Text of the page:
Effective Saturday, July 15, a new timetable will reduce weekend service to accommodate construction activities related to the Peninsula Corridor Electrification Project (PCEP), a key component of the Caltrain Modernization program, without requiring more drastic options such as termination of all weekend Caltrain service.
The new timetable is available here. Printed timetables will available onboard trains and at Caltrain stations by this weekend.
In March, the Caltrain Board voted unanimously to change local service headways from 60 to 90 minutes. Trains will be reduced from 36 to 28 on Saturdays and from 32 to 24 on Sundays. The four weekend Baby Bullet Trains will be maintained. These weekend changes are estimated to last until the completion of the electrification project.
In response to public feedback collected in December through February, Caltrain noted short-term impacts will bring long-term benefits. Additionally, Caltrain will operate six-car train sets on weekends to address capacity.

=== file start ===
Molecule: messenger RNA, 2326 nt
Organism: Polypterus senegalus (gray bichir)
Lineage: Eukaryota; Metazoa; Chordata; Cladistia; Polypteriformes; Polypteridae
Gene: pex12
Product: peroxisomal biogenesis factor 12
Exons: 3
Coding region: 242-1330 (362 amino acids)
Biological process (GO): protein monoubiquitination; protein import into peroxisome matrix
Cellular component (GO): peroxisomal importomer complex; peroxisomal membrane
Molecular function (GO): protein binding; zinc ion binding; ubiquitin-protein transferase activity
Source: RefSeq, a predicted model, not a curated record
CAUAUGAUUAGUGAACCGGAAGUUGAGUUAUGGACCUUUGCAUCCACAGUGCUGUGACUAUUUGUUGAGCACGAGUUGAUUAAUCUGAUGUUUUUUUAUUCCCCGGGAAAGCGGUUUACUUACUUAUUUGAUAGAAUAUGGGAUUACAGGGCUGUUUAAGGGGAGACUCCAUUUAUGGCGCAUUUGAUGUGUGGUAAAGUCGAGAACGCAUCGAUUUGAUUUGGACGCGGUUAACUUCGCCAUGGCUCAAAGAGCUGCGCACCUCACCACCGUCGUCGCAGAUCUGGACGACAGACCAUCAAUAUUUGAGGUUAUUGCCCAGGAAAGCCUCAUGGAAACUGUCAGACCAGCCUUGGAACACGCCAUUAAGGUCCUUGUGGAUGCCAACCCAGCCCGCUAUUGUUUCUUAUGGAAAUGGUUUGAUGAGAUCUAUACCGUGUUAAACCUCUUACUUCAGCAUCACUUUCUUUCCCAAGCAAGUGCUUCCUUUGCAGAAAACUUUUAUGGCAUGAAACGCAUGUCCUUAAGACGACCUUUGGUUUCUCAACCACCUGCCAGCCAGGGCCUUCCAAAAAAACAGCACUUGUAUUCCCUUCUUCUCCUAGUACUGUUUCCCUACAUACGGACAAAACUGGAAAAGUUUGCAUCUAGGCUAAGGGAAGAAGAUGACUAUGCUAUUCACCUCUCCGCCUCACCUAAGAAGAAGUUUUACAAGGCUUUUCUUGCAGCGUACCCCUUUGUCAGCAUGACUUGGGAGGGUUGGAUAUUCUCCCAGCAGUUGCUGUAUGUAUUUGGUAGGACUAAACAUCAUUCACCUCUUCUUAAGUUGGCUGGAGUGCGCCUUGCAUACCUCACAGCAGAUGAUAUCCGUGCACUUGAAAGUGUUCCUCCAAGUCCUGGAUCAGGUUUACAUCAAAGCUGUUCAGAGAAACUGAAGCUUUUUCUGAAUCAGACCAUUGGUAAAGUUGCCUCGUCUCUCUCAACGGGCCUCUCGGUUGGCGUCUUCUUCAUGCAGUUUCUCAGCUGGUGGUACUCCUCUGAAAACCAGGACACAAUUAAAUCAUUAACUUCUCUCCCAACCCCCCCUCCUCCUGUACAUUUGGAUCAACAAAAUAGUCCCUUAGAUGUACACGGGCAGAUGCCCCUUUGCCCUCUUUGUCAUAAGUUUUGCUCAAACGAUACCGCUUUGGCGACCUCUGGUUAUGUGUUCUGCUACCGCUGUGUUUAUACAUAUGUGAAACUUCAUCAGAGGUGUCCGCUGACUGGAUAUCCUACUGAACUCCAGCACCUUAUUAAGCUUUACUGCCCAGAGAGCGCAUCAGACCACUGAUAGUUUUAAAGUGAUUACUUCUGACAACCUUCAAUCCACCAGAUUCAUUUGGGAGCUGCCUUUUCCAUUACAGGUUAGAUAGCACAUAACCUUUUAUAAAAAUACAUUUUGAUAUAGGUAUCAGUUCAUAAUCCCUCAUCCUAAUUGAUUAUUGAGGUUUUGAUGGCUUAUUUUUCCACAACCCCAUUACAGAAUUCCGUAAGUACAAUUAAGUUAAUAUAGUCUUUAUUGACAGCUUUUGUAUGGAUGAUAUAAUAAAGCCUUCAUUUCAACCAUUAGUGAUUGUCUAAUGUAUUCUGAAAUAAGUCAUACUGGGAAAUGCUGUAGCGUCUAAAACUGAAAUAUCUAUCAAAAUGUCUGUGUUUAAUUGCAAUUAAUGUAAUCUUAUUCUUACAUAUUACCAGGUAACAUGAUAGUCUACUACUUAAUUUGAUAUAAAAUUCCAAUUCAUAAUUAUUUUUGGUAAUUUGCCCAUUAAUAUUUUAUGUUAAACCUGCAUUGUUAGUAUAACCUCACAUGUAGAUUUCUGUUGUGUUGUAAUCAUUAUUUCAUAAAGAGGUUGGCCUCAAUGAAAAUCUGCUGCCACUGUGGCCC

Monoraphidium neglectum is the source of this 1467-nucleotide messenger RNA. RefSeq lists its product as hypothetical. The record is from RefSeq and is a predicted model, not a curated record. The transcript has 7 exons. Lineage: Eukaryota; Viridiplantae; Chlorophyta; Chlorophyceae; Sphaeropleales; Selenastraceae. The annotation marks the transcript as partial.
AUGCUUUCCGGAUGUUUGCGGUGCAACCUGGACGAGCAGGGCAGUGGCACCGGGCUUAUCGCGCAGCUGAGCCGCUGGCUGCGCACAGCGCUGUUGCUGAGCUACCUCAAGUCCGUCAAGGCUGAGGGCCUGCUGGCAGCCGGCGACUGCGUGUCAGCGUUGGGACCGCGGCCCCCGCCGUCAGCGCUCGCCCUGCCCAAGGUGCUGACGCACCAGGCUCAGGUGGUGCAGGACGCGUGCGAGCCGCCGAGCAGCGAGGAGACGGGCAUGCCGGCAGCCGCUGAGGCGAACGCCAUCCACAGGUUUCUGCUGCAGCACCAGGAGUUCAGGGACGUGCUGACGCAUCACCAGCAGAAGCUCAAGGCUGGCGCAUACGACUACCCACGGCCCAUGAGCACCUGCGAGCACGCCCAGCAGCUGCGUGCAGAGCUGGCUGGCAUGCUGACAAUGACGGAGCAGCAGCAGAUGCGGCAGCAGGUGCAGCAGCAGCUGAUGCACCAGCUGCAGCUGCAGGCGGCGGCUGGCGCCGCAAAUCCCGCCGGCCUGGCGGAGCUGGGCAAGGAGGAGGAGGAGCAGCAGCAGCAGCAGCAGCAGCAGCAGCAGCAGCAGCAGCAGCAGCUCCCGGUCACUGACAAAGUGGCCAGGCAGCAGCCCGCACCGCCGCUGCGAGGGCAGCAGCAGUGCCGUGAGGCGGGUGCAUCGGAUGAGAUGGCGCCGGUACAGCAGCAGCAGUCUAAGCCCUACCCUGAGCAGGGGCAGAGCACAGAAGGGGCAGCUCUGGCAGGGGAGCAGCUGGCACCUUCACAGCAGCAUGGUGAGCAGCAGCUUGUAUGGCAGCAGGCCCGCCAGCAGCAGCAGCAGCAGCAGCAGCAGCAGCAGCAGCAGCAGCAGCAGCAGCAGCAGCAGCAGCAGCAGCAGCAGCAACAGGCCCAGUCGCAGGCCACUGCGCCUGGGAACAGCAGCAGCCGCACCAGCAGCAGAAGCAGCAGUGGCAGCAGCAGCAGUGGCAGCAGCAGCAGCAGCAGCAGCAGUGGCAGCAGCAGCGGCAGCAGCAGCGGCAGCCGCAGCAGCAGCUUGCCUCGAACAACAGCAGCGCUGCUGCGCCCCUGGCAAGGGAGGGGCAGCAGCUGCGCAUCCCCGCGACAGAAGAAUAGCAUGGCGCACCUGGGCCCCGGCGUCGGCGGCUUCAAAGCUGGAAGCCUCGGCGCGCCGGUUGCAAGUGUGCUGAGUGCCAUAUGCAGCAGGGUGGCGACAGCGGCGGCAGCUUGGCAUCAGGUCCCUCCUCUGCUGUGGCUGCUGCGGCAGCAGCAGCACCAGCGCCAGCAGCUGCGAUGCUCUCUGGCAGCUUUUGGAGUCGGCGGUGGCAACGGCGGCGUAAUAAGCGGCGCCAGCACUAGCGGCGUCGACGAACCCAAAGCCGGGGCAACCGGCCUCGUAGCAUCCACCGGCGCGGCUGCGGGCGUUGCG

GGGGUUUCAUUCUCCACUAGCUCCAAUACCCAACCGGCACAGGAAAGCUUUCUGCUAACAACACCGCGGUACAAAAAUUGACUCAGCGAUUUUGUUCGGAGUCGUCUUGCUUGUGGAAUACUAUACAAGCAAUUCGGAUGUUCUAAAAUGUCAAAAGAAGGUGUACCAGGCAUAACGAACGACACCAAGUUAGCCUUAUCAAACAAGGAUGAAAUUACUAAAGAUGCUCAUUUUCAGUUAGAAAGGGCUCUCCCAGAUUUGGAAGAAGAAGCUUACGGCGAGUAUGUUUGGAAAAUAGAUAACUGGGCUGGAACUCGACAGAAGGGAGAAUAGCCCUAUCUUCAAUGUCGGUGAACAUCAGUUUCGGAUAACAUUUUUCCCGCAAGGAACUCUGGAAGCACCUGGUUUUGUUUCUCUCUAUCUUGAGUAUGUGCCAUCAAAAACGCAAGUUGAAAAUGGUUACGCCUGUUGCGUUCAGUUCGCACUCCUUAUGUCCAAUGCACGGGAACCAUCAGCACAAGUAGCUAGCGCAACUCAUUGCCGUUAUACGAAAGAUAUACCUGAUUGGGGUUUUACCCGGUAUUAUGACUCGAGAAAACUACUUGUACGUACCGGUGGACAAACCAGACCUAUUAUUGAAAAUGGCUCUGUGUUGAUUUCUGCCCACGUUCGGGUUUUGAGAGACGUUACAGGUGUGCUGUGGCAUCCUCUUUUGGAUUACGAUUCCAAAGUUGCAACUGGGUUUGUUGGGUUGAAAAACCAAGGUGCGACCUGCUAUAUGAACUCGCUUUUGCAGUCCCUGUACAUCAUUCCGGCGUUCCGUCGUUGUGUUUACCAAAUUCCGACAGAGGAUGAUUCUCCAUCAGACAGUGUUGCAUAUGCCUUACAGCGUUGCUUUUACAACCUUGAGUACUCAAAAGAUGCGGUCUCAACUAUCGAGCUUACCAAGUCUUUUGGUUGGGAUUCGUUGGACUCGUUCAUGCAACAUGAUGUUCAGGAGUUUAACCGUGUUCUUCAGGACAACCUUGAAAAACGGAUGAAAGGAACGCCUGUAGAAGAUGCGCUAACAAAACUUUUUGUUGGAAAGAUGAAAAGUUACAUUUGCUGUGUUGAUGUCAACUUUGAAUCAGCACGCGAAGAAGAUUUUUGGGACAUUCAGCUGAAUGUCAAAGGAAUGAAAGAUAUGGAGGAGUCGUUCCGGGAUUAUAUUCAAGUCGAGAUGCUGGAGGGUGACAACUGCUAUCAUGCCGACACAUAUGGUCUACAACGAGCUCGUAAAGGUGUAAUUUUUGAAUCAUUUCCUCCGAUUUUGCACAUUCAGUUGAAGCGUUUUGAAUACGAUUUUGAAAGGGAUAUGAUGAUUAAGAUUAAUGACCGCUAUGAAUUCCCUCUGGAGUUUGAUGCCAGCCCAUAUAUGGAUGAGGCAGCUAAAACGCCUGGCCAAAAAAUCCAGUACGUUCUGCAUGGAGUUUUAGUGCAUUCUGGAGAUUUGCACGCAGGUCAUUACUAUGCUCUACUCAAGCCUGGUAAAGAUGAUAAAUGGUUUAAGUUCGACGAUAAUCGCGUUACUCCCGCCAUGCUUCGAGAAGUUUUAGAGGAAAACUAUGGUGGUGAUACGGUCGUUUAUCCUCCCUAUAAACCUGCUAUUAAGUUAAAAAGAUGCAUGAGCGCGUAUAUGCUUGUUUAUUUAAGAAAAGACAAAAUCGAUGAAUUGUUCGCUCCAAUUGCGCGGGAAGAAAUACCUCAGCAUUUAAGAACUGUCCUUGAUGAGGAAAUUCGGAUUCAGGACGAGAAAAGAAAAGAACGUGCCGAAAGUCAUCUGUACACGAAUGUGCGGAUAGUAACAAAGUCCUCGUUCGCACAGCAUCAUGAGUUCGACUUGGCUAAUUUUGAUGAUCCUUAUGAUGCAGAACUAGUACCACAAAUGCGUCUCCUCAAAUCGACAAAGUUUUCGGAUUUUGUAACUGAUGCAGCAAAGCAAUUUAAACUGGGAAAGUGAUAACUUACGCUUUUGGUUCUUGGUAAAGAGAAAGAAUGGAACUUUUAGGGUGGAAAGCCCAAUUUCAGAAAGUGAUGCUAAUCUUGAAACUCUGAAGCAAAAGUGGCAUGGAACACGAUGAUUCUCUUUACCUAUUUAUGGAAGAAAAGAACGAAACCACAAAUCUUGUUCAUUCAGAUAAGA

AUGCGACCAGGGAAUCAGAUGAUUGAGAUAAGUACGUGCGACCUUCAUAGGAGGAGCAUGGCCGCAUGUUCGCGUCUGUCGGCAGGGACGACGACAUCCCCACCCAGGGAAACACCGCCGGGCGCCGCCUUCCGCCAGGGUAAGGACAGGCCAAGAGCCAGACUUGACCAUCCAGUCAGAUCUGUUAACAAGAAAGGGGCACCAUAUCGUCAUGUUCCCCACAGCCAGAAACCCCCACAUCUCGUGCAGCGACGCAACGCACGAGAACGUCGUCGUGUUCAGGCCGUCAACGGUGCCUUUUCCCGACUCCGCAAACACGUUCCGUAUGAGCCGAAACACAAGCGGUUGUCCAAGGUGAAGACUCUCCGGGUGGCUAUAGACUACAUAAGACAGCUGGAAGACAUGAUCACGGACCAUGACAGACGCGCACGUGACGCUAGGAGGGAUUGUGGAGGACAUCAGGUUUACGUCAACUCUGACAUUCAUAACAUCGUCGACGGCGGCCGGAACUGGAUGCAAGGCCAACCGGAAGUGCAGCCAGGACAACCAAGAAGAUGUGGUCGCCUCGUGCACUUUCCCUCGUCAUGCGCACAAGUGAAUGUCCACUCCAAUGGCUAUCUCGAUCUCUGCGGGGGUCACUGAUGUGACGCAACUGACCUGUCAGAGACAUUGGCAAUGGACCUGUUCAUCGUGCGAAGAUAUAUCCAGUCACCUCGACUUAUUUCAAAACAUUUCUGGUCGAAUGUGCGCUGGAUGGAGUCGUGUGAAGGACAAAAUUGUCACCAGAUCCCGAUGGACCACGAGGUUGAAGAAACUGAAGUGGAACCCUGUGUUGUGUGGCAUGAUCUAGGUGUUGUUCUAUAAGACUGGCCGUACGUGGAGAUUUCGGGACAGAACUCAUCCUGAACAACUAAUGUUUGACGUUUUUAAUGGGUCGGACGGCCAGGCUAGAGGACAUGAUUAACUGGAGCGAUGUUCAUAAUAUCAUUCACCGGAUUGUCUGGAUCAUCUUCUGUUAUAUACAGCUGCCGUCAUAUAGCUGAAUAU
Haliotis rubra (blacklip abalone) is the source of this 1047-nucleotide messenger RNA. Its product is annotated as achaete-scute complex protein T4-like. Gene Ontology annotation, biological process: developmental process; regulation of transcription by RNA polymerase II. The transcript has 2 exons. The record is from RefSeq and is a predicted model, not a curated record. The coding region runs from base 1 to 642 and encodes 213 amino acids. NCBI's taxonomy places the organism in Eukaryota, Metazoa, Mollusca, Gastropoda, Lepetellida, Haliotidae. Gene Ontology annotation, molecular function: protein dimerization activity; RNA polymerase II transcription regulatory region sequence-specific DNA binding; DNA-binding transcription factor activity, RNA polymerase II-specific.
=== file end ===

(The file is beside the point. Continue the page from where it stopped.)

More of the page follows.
Caltrain will also continue to provide special event service. Weekend Giants Pre-Game Service will be affected, but Post-game Service will continue as per usual. Details can be found here.
The timetable will also support capital projects including the Los Gatos Creek Bridge Replacement Project, the South San Francisco Station Improvement Project and the 25th Avenue Grade Separation Project.
Visit www.caltrain.com/riderinfo/2017ServiceChanges for more information about service changes.
Weekday service changes to accommodate construction activities for the various capital improvement projects became effective on Monday, April 10. The Full Funding Grant Agreement (FFGA) was later executed on May 23, 2017, allowing for Electrification to move forward.
About Caltrain: Owned and operated by the Peninsula Corridor Joint Powers Board, Caltrain provides commuter rail service from San Francisco to San Jose, with limited commute service to Gilroy. Caltrain enjoyed five years of consecutive monthly ridership increases, surpassing more than 60,000 average weekday riders. While the Joint Powers Board assumed operating responsibilities for the service in 1992, the railroad celebrated 150 years of continuous passenger service in 2014. Planning for the next 150 years of Peninsula rail service, Caltrain is on pace to electrify the system, reduce diesel emissions by 97 percent by 2040 and add more service to more stations.
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